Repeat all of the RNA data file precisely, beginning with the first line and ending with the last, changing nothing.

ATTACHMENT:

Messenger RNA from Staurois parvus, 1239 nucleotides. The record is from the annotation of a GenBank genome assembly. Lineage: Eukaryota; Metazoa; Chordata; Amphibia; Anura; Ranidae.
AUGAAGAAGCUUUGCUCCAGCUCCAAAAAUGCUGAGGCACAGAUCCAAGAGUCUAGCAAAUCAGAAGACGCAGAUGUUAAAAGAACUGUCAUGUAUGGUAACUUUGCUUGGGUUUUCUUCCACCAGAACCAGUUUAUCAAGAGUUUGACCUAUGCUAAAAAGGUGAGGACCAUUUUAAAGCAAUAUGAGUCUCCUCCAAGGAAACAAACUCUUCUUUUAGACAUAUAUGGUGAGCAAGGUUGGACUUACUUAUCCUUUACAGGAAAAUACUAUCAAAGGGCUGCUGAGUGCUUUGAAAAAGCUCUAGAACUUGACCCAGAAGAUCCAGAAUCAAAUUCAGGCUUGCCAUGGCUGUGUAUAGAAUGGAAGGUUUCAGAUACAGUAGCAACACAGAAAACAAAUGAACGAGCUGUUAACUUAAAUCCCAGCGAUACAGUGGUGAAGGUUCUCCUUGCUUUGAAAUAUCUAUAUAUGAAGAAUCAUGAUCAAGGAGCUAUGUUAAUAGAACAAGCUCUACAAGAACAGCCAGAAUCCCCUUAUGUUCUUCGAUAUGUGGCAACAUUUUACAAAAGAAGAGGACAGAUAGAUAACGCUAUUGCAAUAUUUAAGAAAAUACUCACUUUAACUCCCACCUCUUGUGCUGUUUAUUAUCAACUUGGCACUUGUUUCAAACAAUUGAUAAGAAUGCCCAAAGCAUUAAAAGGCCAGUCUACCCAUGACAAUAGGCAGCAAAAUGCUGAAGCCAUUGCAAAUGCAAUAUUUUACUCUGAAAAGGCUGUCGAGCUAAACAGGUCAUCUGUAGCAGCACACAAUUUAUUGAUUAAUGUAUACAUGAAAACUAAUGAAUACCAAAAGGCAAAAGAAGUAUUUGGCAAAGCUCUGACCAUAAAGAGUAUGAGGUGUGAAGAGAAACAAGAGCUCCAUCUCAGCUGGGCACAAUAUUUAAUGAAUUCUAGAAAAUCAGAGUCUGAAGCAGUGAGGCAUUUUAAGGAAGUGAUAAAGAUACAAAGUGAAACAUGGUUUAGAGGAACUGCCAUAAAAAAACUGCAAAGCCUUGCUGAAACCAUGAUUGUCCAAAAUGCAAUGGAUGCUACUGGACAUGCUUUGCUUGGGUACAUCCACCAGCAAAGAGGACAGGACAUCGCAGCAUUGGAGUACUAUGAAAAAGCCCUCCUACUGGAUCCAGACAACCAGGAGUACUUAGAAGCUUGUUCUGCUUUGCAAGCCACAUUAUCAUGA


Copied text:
Messenger RNA from Staurois parvus, 1239 nucleotides. The record is from the annotation of a GenBank genome assembly. Lineage: Eukaryota; Metazoa; Chordata; Amphibia; Anura; Ranidae.
AUGAAGAAGCUUUGCUCCAGCUCCAAAAAUGCUGAGGCACAGAUCCAAGAGUCUAGCAAAUCAGAAGACGCAGAUGUUAAAAGAACUGUCAUGUAUGGUAACUUUGCUUGGGUUUUCUUCCACCAGAACCAGUUUAUCAAGAGUUUGACCUAUGCUAAAAAGGUGAGGACCAUUUUAAAGCAAUAUGAGUCUCCUCCAAGGAAACAAACUCUUCUUUUAGACAUAUAUGGUGAGCAAGGUUGGACUUACUUAUCCUUUACAGGAAAAUACUAUCAAAGGGCUGCUGAGUGCUUUGAAAAAGCUCUAGAACUUGACCCAGAAGAUCCAGAAUCAAAUUCAGGCUUGCCAUGGCUGUGUAUAGAAUGGAAGGUUUCAGAUACAGUAGCAACACAGAAAACAAAUGAACGAGCUGUUAACUUAAAUCCCAGCGAUACAGUGGUGAAGGUUCUCCUUGCUUUGAAAUAUCUAUAUAUGAAGAAUCAUGAUCAAGGAGCUAUGUUAAUAGAACAAGCUCUACAAGAACAGCCAGAAUCCCCUUAUGUUCUUCGAUAUGUGGCAACAUUUUACAAAAGAAGAGGACAGAUAGAUAACGCUAUUGCAAUAUUUAAGAAAAUACUCACUUUAACUCCCACCUCUUGUGCUGUUUAUUAUCAACUUGGCACUUGUUUCAAACAAUUGAUAAGAAUGCCCAAAGCAUUAAAAGGCCAGUCUACCCAUGACAAUAGGCAGCAAAAUGCUGAAGCCAUUGCAAAUGCAAUAUUUUACUCUGAAAAGGCUGUCGAGCUAAACAGGUCAUCUGUAGCAGCACACAAUUUAUUGAUUAAUGUAUACAUGAAAACUAAUGAAUACCAAAAGGCAAAAGAAGUAUUUGGCAAAGCUCUGACCAUAAAGAGUAUGAGGUGUGAAGAGAAACAAGAGCUCCAUCUCAGCUGGGCACAAUAUUUAAUGAAUUCUAGAAAAUCAGAGUCUGAAGCAGUGAGGCAUUUUAAGGAAGUGAUAAAGAUACAAAGUGAAACAUGGUUUAGAGGAACUGCCAUAAAAAAACUGCAAAGCCUUGCUGAAACCAUGAUUGUCCAAAAUGCAAUGGAUGCUACUGGACAUGCUUUGCUUGGGUACAUCCACCAGCAAAGAGGACAGGACAUCGCAGCAUUGGAGUACUAUGAAAAAGCCCUCCUACUGGAUCCAGACAACCAGGAGUACUUAGAAGCUUGUUCUGCUUUGCAAGCCACAUUAUCAUGA